The report from the Daily Galaxy is headlined, “‘Saturn can vibrate like a bell’ –Creating spirals in the ancient rings.”
This is based on a Cornell study of data collected by NASA’s Cassini mission, that resulted in a published paper entitled, “Kronoseismology: Using Density Waves in Saturn’s C Ring to Probe the Planet’s Interior,” that was, “Co-authored by Philip Nicholson, Cornell professor of astronomy.”
From Dailygalaxy.com report, here’s more about the Cornell study published on June 11th in The Astronomical Journal:
Saturn’s rings act as a seismograph that records these large-scale oscillations, possibly emanating from deep within the planet. The study of these records provides a completely new way to probe structure and rotation of Saturn’s interior, and the astronomers have come up with a name for it: kronoseismology.
Saturn’s oscillations are similar to what are called “whole earth oscillations” in terrestrial seismology. On Earth, these are generated by very large earthquakes, which make the Earth ring for several days.
The researchers focused on a handful of unexplained waves in Saturn’s C ring that did not appear to be linked to well-understood gravitational interactions with anything within or outside of the rings. They used data from NASA’s Cassini mission, which has repeatedly profiled Saturn’s rings using “stellar occultations” via the spacecraft’s Visual and Infrared Mapping Spectrometerinstrument. The measurements record changes in light from a given star as the rings pass between the star and the spacecraft. Using numerous occultation measurements of the C ring, the researchers were able to piece together dossiers on these unexplained ring features.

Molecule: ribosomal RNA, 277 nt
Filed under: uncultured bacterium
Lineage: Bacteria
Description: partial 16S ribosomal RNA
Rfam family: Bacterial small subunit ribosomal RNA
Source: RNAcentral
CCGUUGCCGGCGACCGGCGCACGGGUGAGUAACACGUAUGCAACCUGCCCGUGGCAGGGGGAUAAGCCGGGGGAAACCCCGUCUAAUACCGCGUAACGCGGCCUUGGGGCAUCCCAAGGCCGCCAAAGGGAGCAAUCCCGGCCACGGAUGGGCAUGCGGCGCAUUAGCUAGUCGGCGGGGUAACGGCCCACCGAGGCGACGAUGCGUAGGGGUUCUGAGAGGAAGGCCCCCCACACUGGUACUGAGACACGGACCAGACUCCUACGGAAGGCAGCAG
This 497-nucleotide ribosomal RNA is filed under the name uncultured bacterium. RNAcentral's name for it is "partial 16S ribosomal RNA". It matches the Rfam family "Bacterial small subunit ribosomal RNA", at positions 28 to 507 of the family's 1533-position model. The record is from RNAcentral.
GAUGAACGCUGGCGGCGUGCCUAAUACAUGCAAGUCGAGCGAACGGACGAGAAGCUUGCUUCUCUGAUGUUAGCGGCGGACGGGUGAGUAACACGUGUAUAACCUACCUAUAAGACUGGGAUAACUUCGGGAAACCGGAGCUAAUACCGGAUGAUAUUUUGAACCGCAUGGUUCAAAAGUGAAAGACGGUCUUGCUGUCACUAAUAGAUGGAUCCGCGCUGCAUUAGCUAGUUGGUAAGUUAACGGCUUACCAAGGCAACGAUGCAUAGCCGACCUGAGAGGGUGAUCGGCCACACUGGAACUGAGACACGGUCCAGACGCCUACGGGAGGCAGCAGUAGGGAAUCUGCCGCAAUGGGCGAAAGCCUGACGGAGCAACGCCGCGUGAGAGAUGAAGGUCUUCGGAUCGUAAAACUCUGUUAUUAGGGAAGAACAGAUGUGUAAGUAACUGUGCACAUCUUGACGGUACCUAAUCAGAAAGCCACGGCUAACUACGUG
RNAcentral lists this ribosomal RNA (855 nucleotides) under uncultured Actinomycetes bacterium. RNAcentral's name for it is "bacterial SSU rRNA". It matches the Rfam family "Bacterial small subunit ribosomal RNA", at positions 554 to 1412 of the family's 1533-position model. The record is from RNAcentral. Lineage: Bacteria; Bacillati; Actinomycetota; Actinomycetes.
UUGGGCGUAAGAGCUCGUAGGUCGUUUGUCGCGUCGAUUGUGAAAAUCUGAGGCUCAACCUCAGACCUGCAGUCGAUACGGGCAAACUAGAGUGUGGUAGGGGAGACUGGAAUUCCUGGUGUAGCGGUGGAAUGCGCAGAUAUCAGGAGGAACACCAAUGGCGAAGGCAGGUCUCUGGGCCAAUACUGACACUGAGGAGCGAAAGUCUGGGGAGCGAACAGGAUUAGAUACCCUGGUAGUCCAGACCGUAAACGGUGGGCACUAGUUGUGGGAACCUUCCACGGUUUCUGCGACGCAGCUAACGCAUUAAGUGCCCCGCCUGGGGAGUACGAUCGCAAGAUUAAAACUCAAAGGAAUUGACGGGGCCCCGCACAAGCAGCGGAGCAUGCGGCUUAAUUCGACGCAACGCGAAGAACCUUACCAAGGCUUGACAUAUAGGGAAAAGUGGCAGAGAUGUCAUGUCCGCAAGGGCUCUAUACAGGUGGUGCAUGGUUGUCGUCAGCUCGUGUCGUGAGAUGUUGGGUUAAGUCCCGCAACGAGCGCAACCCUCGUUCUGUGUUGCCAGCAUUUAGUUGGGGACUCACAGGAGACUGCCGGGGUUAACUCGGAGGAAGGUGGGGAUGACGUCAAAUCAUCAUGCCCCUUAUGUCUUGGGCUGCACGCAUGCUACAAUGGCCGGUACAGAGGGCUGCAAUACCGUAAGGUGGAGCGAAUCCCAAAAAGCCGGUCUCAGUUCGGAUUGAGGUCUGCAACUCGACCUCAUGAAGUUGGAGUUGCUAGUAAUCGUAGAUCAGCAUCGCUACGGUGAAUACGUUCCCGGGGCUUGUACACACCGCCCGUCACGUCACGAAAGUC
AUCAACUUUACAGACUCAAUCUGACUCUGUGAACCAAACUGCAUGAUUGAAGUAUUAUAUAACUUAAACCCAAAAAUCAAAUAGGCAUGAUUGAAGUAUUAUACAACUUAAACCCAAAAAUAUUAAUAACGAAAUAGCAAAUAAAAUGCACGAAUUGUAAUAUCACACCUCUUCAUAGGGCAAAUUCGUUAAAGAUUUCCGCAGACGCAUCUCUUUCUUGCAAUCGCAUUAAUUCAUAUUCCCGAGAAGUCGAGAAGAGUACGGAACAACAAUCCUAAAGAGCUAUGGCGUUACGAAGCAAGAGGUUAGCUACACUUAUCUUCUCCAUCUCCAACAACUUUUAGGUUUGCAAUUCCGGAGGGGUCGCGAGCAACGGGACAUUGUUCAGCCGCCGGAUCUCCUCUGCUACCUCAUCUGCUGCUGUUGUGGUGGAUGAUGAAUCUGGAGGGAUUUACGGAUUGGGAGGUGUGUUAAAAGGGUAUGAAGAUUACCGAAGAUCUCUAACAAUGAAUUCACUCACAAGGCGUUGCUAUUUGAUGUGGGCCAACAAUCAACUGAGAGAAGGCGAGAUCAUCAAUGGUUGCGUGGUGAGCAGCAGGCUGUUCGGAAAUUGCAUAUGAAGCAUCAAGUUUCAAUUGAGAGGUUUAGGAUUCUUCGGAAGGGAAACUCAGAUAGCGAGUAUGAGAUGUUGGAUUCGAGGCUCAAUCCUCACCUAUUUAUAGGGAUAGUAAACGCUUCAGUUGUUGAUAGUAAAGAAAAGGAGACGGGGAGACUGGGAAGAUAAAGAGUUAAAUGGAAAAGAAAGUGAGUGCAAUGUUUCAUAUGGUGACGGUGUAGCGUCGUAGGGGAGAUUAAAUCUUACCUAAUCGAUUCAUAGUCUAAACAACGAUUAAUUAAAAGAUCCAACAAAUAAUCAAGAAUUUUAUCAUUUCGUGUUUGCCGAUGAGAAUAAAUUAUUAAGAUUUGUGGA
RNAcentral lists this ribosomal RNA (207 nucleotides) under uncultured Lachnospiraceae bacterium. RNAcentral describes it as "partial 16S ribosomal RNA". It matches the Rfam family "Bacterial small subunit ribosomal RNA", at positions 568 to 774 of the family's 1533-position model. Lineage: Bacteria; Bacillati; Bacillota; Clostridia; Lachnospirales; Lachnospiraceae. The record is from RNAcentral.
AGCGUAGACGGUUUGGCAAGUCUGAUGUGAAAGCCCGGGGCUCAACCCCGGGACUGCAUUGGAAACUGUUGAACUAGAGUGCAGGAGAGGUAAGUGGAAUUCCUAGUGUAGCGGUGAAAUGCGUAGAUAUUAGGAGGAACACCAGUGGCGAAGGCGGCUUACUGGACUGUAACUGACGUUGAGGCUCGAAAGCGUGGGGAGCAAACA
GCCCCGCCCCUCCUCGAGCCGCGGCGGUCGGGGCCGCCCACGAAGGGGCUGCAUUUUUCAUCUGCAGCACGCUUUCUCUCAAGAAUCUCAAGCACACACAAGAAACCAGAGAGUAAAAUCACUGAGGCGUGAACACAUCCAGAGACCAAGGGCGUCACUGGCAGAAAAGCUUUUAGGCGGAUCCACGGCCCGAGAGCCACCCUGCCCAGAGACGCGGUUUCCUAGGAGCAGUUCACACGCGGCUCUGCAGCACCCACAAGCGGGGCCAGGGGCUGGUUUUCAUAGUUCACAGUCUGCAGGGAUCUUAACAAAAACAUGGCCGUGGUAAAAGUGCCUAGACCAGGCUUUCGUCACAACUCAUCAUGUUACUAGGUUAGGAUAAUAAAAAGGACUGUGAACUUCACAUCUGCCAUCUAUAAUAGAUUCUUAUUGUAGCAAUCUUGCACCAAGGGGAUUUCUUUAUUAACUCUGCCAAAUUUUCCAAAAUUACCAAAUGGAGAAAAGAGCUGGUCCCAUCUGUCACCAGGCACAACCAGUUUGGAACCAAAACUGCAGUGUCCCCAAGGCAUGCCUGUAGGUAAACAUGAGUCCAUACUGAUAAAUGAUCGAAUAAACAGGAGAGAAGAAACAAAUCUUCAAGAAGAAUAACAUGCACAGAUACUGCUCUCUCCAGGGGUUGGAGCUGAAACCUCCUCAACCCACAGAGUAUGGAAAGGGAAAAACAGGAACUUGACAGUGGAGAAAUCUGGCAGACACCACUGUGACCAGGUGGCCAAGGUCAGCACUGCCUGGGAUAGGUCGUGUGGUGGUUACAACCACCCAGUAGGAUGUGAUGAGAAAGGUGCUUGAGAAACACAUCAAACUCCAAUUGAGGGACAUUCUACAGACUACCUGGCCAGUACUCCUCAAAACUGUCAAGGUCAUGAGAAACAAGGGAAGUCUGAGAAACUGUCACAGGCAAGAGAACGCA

The researchers found the density waves propagate inward and appear to be generated from within Saturn rather than from any moon; the six waves also have the right pattern speeds and symmetry properties to be produced by oscillations within Saturn.